Our job here is done, soldiers say

17:00, Jun 27 2013
Brady Gillbanks
TUCKING IN: Brady Gillbanks, left, and Nick Roose enjoy barbecue food yesterday on the Manchester St-Worcester St cordon.

At 3pm today the occupation is over. The last remaining members of the New Zealand Defence Force in central Christchurch will leave.

Their job has ranged from security, to gatekeepers, to tourism advisers, sometimes even consolation for distraught residents.

Yesterday, Warrant Officer Class 1 Wayne Manu directed visitors to the cardboard cathedral. One of the women, an ex-Christchurch resident, did not realise she was on the edge of Cathedral Square until Manu helped her with her bearings.

"You feel for them, they were local here and it's quite hard," he said.

"You console them as much as you can."

Manu was here in September 2010 and spent a week helping co-ordinate the Student Volunteer Army.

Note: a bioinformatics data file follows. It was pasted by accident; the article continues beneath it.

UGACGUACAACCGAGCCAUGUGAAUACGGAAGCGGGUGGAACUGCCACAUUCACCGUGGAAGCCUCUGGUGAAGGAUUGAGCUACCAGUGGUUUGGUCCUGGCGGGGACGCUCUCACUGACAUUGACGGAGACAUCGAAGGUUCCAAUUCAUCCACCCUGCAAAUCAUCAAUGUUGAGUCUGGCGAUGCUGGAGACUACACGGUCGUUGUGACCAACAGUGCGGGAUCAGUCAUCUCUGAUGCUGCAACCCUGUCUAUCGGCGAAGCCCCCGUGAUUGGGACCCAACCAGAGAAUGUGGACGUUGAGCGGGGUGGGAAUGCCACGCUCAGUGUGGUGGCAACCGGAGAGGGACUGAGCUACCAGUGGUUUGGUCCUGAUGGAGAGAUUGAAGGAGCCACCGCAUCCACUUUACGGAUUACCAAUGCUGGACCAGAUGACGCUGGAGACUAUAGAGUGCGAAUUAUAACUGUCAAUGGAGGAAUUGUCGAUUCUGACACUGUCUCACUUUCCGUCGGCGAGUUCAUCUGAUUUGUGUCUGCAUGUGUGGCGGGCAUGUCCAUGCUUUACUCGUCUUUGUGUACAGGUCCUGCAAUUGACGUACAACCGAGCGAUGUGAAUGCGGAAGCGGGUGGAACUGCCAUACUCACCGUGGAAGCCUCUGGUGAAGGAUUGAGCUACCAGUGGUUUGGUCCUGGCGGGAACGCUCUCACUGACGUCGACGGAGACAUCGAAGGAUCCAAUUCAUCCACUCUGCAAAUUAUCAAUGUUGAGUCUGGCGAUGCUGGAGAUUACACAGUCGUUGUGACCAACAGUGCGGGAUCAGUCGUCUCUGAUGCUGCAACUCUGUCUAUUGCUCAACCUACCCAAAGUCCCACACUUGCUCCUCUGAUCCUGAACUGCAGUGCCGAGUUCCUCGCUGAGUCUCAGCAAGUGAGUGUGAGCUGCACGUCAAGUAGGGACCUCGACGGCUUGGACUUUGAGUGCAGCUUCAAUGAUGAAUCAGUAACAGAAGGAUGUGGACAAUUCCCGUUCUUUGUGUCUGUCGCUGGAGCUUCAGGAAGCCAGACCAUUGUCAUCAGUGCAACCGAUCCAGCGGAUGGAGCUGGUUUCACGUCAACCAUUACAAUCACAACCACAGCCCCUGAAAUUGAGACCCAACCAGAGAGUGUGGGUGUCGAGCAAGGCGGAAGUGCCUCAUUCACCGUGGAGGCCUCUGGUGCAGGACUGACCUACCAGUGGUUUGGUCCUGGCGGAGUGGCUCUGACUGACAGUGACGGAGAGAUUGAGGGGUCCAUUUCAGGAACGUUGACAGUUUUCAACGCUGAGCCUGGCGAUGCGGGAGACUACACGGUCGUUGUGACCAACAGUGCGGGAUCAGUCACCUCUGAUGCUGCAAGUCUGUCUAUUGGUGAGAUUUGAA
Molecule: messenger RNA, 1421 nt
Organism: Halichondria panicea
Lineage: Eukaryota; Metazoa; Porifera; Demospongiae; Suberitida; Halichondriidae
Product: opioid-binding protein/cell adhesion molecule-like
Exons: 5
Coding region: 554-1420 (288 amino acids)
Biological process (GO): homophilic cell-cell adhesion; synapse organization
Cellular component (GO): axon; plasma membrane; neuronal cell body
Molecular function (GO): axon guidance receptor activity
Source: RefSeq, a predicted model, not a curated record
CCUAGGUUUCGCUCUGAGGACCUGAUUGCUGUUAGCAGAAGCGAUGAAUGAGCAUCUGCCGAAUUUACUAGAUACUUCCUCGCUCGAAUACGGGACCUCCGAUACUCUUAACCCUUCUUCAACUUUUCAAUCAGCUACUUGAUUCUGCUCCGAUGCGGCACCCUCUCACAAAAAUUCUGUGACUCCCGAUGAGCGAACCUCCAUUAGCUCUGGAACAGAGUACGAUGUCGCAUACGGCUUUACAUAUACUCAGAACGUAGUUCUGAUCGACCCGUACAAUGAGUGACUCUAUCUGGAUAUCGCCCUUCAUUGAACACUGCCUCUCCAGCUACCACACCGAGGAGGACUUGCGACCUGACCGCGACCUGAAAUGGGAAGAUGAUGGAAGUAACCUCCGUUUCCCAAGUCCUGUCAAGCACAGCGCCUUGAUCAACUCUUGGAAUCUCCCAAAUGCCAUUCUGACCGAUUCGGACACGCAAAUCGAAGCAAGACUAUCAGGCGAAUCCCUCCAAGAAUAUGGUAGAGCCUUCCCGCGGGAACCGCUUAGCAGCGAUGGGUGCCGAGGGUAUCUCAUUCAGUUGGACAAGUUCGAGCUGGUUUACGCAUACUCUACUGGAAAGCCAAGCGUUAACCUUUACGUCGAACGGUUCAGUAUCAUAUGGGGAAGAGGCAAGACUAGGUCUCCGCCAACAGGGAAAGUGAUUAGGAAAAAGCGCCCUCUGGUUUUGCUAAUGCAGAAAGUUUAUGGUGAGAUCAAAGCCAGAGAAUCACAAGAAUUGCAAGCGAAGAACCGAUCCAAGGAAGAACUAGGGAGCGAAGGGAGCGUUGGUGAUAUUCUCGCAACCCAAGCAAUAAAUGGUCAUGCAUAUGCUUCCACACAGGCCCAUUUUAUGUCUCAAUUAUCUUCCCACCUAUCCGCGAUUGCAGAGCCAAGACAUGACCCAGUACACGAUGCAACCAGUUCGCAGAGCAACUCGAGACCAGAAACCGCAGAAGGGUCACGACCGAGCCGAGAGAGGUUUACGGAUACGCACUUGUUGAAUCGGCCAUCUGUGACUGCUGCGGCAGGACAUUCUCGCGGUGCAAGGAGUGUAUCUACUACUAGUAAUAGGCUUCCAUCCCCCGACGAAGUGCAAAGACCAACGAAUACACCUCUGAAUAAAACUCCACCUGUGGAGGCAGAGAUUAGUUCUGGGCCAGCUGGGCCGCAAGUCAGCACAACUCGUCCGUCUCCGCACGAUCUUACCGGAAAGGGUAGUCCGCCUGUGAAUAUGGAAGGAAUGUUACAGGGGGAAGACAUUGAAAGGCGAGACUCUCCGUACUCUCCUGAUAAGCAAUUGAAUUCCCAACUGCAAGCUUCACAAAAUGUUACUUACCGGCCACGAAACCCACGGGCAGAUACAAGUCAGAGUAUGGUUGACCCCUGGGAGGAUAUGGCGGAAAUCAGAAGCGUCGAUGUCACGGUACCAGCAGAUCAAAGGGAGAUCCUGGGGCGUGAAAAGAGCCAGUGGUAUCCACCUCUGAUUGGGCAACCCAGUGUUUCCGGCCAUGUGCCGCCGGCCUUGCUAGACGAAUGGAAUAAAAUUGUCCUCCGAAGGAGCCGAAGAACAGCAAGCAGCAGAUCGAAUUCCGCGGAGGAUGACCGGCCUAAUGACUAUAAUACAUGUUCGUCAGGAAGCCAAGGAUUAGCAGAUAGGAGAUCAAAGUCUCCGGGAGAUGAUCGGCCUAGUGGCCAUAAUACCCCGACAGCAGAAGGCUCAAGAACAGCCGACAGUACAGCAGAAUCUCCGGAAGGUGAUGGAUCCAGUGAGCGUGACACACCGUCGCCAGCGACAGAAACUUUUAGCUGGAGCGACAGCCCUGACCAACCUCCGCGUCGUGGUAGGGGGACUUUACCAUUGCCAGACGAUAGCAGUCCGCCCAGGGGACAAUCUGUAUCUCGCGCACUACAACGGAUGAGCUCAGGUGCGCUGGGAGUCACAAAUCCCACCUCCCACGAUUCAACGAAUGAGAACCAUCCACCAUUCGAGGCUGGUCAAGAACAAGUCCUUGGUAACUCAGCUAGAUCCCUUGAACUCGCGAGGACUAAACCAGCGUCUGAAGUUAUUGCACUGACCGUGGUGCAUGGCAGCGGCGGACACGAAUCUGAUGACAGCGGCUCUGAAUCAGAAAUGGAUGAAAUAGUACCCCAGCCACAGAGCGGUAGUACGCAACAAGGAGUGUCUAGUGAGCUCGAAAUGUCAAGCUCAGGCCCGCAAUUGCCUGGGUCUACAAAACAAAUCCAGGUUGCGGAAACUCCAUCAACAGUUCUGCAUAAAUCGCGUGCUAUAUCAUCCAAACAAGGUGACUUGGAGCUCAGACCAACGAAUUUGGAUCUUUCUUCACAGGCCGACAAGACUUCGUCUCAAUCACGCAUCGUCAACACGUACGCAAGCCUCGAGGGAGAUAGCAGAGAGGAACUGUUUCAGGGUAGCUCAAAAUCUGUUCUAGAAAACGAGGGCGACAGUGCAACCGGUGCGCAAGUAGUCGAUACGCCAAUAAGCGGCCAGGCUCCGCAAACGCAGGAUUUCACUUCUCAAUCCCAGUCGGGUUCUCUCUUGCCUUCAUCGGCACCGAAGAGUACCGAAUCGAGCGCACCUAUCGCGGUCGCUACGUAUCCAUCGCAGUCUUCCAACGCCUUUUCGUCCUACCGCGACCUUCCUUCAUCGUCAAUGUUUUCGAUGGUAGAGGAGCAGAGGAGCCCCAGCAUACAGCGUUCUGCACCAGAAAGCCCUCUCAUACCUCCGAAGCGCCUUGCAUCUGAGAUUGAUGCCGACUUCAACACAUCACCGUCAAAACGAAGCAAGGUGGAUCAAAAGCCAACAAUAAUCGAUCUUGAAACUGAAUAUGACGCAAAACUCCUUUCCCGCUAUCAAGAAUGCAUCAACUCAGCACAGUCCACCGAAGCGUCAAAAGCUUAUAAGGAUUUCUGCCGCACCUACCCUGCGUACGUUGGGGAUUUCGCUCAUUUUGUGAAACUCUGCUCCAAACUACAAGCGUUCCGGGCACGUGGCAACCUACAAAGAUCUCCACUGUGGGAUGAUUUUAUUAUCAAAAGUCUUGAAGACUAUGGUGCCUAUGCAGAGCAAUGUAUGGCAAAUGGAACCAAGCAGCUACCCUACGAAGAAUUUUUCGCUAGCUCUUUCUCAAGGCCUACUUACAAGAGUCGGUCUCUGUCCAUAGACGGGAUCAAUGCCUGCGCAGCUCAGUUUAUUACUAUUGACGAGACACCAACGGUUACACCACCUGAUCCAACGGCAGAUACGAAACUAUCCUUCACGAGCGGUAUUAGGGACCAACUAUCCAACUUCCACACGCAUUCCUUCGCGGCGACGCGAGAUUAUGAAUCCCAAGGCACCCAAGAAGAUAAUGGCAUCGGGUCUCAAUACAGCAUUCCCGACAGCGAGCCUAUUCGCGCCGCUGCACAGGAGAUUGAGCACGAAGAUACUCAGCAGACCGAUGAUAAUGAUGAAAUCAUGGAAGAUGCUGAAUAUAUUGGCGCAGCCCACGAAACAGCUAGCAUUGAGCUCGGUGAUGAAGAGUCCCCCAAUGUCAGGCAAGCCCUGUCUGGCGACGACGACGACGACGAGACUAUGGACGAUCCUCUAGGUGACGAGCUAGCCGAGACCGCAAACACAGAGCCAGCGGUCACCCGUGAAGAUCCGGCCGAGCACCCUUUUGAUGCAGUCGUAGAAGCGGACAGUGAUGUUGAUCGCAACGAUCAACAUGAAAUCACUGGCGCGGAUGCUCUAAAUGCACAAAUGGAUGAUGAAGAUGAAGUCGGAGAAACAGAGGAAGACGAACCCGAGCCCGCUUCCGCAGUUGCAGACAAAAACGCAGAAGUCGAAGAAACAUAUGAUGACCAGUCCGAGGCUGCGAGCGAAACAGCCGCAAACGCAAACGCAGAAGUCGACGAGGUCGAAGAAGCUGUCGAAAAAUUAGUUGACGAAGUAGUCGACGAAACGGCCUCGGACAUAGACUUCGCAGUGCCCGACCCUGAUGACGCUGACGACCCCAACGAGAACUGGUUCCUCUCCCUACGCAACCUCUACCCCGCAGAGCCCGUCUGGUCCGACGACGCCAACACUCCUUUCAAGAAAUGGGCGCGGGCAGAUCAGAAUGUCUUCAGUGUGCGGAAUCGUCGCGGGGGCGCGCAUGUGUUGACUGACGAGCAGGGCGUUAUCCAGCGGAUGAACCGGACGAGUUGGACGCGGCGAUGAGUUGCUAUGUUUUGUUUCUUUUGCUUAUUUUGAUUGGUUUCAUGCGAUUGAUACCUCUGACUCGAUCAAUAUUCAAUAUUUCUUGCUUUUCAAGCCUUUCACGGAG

He has been in charge of the cordon guard since June 2011 and though he is pleased to see the cordon lifted, he wishes there had been more progress.

"One thing I would really liked to have seen before we left was more rebuild," he said.

Private Brady Gillbanks, 21, of New Plymouth, has helped man the cordon for the past few months. He heads home on Monday. This was his first time in the South Island and he would like to come back to see the city "once it all gets fixed up".

Corporal Pete Seddon has been second in command for the past month and thinks people will be shocked when they finally have access to that part of the city.

"I can understand the emotional attachment to coming into the Square, but there's not a lot to see," he said.

Seddon said he had noticed people becoming more annoyed with the Defence Force presence, but he thinks it is a good sign.

"After the earthquake a lot of people were glad to see us because we were security. The fact people are now angry "means they don't need that security any more".

The NZDF efforts will be recognised at a parade on Sunday, when it is expected the cordon will be officially lifted.

The Press